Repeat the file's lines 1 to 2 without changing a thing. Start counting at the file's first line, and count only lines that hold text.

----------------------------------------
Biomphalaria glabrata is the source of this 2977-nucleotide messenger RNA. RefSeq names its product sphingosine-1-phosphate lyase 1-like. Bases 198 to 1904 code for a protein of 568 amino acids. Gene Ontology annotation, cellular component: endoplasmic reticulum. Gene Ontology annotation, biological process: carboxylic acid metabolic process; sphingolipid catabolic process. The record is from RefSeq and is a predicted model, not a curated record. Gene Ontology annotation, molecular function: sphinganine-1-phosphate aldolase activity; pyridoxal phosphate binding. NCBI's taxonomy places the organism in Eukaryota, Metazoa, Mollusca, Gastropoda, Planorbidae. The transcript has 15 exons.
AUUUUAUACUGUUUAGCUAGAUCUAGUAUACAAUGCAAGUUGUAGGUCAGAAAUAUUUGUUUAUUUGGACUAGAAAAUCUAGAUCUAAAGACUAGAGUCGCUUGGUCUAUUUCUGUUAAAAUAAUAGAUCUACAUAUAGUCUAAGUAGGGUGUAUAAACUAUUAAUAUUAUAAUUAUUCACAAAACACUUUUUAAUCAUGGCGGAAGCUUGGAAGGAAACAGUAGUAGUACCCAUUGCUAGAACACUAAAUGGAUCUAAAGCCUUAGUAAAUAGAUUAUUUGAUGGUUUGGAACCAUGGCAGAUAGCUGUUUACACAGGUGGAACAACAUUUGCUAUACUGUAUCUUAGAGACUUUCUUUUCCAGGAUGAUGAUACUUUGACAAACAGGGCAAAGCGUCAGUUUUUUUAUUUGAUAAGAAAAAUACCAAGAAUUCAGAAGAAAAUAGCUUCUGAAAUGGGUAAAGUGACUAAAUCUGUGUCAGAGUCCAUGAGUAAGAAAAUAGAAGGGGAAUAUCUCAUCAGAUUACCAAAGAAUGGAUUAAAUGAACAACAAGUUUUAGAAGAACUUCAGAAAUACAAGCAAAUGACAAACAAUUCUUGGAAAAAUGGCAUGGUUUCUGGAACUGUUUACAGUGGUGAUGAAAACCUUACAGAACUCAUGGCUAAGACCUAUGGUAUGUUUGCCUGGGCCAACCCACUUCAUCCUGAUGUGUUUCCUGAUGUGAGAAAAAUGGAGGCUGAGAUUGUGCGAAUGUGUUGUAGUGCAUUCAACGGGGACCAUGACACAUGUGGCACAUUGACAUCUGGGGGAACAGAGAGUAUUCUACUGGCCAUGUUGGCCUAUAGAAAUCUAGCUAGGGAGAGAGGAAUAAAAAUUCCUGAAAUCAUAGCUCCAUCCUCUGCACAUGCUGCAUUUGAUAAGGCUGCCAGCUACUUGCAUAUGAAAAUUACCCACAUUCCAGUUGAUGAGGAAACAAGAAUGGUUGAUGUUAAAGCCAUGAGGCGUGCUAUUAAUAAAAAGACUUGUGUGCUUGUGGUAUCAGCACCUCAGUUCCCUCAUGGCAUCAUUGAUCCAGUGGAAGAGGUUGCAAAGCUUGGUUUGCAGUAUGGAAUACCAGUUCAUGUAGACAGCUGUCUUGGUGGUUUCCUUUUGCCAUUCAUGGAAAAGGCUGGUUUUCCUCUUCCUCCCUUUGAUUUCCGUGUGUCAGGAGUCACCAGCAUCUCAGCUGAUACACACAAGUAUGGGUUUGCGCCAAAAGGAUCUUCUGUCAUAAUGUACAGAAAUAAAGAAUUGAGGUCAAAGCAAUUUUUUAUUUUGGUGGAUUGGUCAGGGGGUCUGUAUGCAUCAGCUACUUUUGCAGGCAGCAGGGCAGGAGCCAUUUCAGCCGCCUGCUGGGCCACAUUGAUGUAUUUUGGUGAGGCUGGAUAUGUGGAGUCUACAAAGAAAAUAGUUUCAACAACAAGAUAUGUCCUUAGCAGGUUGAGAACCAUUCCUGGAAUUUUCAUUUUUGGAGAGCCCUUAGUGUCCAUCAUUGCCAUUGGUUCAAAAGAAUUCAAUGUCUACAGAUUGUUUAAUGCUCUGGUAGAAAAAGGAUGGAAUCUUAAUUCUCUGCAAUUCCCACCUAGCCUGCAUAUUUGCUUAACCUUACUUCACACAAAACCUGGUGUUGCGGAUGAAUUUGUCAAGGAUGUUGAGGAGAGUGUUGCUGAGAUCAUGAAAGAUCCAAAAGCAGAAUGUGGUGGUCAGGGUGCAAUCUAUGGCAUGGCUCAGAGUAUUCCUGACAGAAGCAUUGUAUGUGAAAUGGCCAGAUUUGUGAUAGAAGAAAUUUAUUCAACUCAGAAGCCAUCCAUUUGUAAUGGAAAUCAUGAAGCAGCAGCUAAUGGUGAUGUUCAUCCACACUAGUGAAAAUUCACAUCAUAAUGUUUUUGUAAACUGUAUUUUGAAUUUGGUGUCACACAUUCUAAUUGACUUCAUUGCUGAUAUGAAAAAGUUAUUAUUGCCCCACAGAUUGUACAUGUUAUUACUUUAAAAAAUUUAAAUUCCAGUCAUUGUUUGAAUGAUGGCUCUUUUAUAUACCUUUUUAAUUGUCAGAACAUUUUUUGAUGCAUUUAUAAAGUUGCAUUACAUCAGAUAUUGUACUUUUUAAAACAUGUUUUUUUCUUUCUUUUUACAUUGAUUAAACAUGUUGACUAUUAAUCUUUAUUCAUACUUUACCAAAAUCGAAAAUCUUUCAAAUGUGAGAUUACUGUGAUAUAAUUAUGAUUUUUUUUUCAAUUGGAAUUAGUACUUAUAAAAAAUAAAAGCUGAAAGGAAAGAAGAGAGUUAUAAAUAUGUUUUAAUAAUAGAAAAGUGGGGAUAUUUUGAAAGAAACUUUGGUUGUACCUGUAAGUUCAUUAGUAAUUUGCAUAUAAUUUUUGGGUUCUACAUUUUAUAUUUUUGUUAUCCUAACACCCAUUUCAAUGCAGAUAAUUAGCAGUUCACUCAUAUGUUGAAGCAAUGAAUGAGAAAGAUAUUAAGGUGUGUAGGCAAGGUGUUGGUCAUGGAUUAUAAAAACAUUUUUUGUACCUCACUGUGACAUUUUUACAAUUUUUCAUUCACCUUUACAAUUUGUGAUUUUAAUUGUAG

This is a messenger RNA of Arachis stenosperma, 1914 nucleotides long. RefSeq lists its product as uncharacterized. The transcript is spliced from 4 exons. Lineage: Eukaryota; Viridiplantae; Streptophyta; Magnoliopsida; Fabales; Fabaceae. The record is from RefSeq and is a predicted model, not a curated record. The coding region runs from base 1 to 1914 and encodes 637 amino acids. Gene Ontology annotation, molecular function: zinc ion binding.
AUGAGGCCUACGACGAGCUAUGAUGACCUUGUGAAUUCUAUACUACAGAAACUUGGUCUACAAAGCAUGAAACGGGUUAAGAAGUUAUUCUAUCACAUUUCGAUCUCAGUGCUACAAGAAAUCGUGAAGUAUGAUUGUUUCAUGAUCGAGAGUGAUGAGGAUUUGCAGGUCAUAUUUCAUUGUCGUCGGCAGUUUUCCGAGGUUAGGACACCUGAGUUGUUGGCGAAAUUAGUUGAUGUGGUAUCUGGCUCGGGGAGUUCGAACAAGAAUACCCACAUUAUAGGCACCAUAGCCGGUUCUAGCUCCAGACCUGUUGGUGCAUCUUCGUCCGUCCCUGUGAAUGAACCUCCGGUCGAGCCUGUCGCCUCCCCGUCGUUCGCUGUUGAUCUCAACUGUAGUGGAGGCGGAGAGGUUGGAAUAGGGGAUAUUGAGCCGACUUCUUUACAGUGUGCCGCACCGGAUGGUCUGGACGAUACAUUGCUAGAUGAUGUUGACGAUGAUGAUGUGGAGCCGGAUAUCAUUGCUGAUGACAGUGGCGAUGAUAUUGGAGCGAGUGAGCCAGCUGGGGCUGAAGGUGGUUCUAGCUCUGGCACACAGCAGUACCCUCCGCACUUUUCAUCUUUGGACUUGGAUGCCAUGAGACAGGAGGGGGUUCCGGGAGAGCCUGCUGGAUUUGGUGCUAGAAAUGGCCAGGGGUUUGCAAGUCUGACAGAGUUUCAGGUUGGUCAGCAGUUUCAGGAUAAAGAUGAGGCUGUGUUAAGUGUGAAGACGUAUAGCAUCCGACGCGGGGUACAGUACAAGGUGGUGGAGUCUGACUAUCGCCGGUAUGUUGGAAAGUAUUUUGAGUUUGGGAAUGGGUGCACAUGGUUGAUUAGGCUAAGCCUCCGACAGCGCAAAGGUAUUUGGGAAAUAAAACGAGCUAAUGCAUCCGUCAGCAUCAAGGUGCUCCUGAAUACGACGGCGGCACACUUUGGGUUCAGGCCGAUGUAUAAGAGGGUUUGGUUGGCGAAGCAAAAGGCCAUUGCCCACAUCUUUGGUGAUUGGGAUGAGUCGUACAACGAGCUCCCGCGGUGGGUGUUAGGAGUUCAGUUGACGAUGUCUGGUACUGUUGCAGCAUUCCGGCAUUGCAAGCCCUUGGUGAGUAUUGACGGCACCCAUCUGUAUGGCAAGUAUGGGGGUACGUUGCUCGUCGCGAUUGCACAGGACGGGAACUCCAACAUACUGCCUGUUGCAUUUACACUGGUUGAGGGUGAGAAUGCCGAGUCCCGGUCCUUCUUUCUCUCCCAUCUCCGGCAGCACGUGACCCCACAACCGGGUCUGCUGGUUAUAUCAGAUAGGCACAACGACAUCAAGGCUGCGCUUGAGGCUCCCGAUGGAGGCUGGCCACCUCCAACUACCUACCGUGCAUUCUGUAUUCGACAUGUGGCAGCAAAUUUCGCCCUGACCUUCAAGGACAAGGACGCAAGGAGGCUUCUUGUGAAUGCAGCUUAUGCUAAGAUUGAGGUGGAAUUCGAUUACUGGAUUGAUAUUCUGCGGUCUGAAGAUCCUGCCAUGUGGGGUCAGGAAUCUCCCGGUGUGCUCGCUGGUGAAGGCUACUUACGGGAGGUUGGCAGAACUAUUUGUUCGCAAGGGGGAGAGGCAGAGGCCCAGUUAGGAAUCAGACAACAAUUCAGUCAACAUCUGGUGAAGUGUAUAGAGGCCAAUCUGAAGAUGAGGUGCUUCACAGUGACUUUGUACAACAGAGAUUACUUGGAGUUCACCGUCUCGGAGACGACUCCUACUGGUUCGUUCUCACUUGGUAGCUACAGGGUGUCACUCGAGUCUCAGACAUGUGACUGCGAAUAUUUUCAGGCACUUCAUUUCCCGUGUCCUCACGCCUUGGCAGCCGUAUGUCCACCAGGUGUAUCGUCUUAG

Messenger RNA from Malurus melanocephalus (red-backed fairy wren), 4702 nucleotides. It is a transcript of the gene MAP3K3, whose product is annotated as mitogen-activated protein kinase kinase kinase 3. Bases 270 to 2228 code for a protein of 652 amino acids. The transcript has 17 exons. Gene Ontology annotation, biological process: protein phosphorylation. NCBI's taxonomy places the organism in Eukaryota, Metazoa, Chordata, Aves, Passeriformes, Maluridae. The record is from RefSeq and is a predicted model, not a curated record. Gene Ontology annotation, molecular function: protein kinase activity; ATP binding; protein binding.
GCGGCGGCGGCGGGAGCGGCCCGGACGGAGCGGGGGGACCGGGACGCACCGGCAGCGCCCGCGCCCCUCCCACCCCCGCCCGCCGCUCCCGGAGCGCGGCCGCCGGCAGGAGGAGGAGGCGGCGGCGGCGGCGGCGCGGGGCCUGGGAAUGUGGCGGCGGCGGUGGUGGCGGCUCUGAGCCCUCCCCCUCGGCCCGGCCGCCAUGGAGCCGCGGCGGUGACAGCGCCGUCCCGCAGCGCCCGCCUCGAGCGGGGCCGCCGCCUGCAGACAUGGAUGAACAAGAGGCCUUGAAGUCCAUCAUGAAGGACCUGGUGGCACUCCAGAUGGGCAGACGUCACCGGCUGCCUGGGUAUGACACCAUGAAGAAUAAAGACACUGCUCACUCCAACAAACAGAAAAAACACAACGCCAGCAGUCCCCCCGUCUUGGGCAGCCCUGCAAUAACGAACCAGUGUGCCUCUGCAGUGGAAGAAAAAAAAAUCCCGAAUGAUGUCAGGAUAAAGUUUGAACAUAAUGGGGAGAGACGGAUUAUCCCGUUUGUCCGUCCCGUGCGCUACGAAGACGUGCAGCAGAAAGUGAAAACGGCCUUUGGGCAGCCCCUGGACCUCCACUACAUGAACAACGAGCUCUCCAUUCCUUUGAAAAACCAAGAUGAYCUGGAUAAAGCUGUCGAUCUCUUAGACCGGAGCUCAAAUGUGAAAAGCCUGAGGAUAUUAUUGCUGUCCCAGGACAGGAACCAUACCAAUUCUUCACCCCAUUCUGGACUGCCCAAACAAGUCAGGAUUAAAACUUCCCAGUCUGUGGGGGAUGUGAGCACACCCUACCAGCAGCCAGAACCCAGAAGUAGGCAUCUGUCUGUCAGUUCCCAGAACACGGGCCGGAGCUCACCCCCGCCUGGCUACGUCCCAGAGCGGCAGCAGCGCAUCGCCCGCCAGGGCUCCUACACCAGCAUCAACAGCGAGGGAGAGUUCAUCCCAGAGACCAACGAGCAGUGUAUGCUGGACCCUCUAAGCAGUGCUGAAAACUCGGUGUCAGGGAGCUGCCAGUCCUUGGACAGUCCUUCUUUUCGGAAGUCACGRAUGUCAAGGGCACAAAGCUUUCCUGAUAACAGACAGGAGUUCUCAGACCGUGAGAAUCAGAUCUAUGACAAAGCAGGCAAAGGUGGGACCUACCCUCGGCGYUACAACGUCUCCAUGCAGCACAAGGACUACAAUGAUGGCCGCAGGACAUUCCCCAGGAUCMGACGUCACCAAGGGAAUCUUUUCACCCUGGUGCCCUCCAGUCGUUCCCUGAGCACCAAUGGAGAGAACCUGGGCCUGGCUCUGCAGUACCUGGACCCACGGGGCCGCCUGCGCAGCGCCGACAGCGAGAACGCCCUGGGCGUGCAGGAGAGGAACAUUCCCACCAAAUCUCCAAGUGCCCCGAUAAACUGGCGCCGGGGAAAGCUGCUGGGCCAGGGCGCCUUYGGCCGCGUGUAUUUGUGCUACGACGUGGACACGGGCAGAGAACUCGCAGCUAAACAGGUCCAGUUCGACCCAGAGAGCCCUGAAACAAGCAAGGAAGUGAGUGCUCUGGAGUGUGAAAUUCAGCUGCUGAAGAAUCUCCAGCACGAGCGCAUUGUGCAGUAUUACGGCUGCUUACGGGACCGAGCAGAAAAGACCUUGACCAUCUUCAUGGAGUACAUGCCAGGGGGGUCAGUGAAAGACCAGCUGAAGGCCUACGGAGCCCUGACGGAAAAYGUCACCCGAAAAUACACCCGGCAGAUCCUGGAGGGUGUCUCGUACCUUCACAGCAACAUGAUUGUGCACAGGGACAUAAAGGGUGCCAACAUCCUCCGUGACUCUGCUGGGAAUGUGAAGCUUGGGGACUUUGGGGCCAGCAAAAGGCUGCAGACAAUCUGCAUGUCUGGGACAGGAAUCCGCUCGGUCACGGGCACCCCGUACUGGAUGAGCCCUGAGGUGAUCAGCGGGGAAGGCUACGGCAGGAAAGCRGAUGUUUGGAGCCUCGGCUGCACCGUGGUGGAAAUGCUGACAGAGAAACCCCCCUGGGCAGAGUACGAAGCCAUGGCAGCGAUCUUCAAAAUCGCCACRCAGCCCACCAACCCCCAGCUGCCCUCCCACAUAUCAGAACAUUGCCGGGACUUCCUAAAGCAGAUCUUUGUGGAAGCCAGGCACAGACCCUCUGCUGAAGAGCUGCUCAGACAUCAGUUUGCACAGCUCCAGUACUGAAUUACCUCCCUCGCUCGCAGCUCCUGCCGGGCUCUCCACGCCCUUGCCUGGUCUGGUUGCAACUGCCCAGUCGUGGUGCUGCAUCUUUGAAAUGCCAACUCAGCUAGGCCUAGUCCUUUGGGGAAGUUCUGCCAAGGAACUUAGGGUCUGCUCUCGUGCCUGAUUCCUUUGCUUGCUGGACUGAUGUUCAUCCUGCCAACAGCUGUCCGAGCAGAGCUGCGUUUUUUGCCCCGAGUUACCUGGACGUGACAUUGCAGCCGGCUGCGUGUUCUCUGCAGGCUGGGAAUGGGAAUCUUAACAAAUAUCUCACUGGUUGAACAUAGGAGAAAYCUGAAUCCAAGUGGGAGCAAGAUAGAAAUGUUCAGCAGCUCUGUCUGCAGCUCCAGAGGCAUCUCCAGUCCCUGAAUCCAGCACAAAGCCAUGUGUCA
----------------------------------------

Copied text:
Biomphalaria glabrata is the source of this 2977-nucleotide messenger RNA. RefSeq names its product sphingosine-1-phosphate lyase 1-like. Bases 198 to 1904 code for a protein of 568 amino acids. Gene Ontology annotation, cellular component: endoplasmic reticulum. Gene Ontology annotation, biological process: carboxylic acid metabolic process; sphingolipid catabolic process. The record is from RefSeq and is a predicted model, not a curated record. Gene Ontology annotation, molecular function: sphinganine-1-phosphate aldolase activity; pyridoxal phosphate binding. NCBI's taxonomy places the organism in Eukaryota, Metazoa, Mollusca, Gastropoda, Planorbidae. The transcript has 15 exons.
AUUUUAUACUGUUUAGCUAGAUCUAGUAUACAAUGCAAGUUGUAGGUCAGAAAUAUUUGUUUAUUUGGACUAGAAAAUCUAGAUCUAAAGACUAGAGUCGCUUGGUCUAUUUCUGUUAAAAUAAUAGAUCUACAUAUAGUCUAAGUAGGGUGUAUAAACUAUUAAUAUUAUAAUUAUUCACAAAACACUUUUUAAUCAUGGCGGAAGCUUGGAAGGAAACAGUAGUAGUACCCAUUGCUAGAACACUAAAUGGAUCUAAAGCCUUAGUAAAUAGAUUAUUUGAUGGUUUGGAACCAUGGCAGAUAGCUGUUUACACAGGUGGAACAACAUUUGCUAUACUGUAUCUUAGAGACUUUCUUUUCCAGGAUGAUGAUACUUUGACAAACAGGGCAAAGCGUCAGUUUUUUUAUUUGAUAAGAAAAAUACCAAGAAUUCAGAAGAAAAUAGCUUCUGAAAUGGGUAAAGUGACUAAAUCUGUGUCAGAGUCCAUGAGUAAGAAAAUAGAAGGGGAAUAUCUCAUCAGAUUACCAAAGAAUGGAUUAAAUGAACAACAAGUUUUAGAAGAACUUCAGAAAUACAAGCAAAUGACAAACAAUUCUUGGAAAAAUGGCAUGGUUUCUGGAACUGUUUACAGUGGUGAUGAAAACCUUACAGAACUCAUGGCUAAGACCUAUGGUAUGUUUGCCUGGGCCAACCCACUUCAUCCUGAUGUGUUUCCUGAUGUGAGAAAAAUGGAGGCUGAGAUUGUGCGAAUGUGUUGUAGUGCAUUCAACGGGGACCAUGACACAUGUGGCACAUUGACAUCUGGGGGAACAGAGAGUAUUCUACUGGCCAUGUUGGCCUAUAGAAAUCUAGCUAGGGAGAGAGGAAUAAAAAUUCCUGAAAUCAUAGCUCCAUCCUCUGCACAUGCUGCAUUUGAUAAGGCUGCCAGCUACUUGCAUAUGAAAAUUACCCACAUUCCAGUUGAUGAGGAAACAAGAAUGGUUGAUGUUAAAGCCAUGAGGCGUGCUAUUAAUAAAAAGACUUGUGUGCUUGUGGUAUCAGCACCUCAGUUCCCUCAUGGCAUCAUUGAUCCAGUGGAAGAGGUUGCAAAGCUUGGUUUGCAGUAUGGAAUACCAGUUCAUGUAGACAGCUGUCUUGGUGGUUUCCUUUUGCCAUUCAUGGAAAAGGCUGGUUUUCCUCUUCCUCCCUUUGAUUUCCGUGUGUCAGGAGUCACCAGCAUCUCAGCUGAUACACACAAGUAUGGGUUUGCGCCAAAAGGAUCUUCUGUCAUAAUGUACAGAAAUAAAGAAUUGAGGUCAAAGCAAUUUUUUAUUUUGGUGGAUUGGUCAGGGGGUCUGUAUGCAUCAGCUACUUUUGCAGGCAGCAGGGCAGGAGCCAUUUCAGCCGCCUGCUGGGCCACAUUGAUGUAUUUUGGUGAGGCUGGAUAUGUGGAGUCUACAAAGAAAAUAGUUUCAACAACAAGAUAUGUCCUUAGCAGGUUGAGAACCAUUCCUGGAAUUUUCAUUUUUGGAGAGCCCUUAGUGUCCAUCAUUGCCAUUGGUUCAAAAGAAUUCAAUGUCUACAGAUUGUUUAAUGCUCUGGUAGAAAAAGGAUGGAAUCUUAAUUCUCUGCAAUUCCCACCUAGCCUGCAUAUUUGCUUAACCUUACUUCACACAAAACCUGGUGUUGCGGAUGAAUUUGUCAAGGAUGUUGAGGAGAGUGUUGCUGAGAUCAUGAAAGAUCCAAAAGCAGAAUGUGGUGGUCAGGGUGCAAUCUAUGGCAUGGCUCAGAGUAUUCCUGACAGAAGCAUUGUAUGUGAAAUGGCCAGAUUUGUGAUAGAAGAAAUUUAUUCAACUCAGAAGCCAUCCAUUUGUAAUGGAAAUCAUGAAGCAGCAGCUAAUGGUGAUGUUCAUCCACACUAGUGAAAAUUCACAUCAUAAUGUUUUUGUAAACUGUAUUUUGAAUUUGGUGUCACACAUUCUAAUUGACUUCAUUGCUGAUAUGAAAAAGUUAUUAUUGCCCCACAGAUUGUACAUGUUAUUACUUUAAAAAAUUUAAAUUCCAGUCAUUGUUUGAAUGAUGGCUCUUUUAUAUACCUUUUUAAUUGUCAGAACAUUUUUUGAUGCAUUUAUAAAGUUGCAUUACAUCAGAUAUUGUACUUUUUAAAACAUGUUUUUUUCUUUCUUUUUACAUUGAUUAAACAUGUUGACUAUUAAUCUUUAUUCAUACUUUACCAAAAUCGAAAAUCUUUCAAAUGUGAGAUUACUGUGAUAUAAUUAUGAUUUUUUUUUCAAUUGGAAUUAGUACUUAUAAAAAAUAAAAGCUGAAAGGAAAGAAGAGAGUUAUAAAUAUGUUUUAAUAAUAGAAAAGUGGGGAUAUUUUGAAAGAAACUUUGGUUGUACCUGUAAGUUCAUUAGUAAUUUGCAUAUAAUUUUUGGGUUCUACAUUUUAUAUUUUUGUUAUCCUAACACCCAUUUCAAUGCAGAUAAUUAGCAGUUCACUCAUAUGUUGAAGCAAUGAAUGAGAAAGAUAUUAAGGUGUGUAGGCAAGGUGUUGGUCAUGGAUUAUAAAAACAUUUUUUGUACCUCACUGUGACAUUUUUACAAUUUUUCAUUCACCUUUACAAUUUGUGAUUUUAAUUGUAG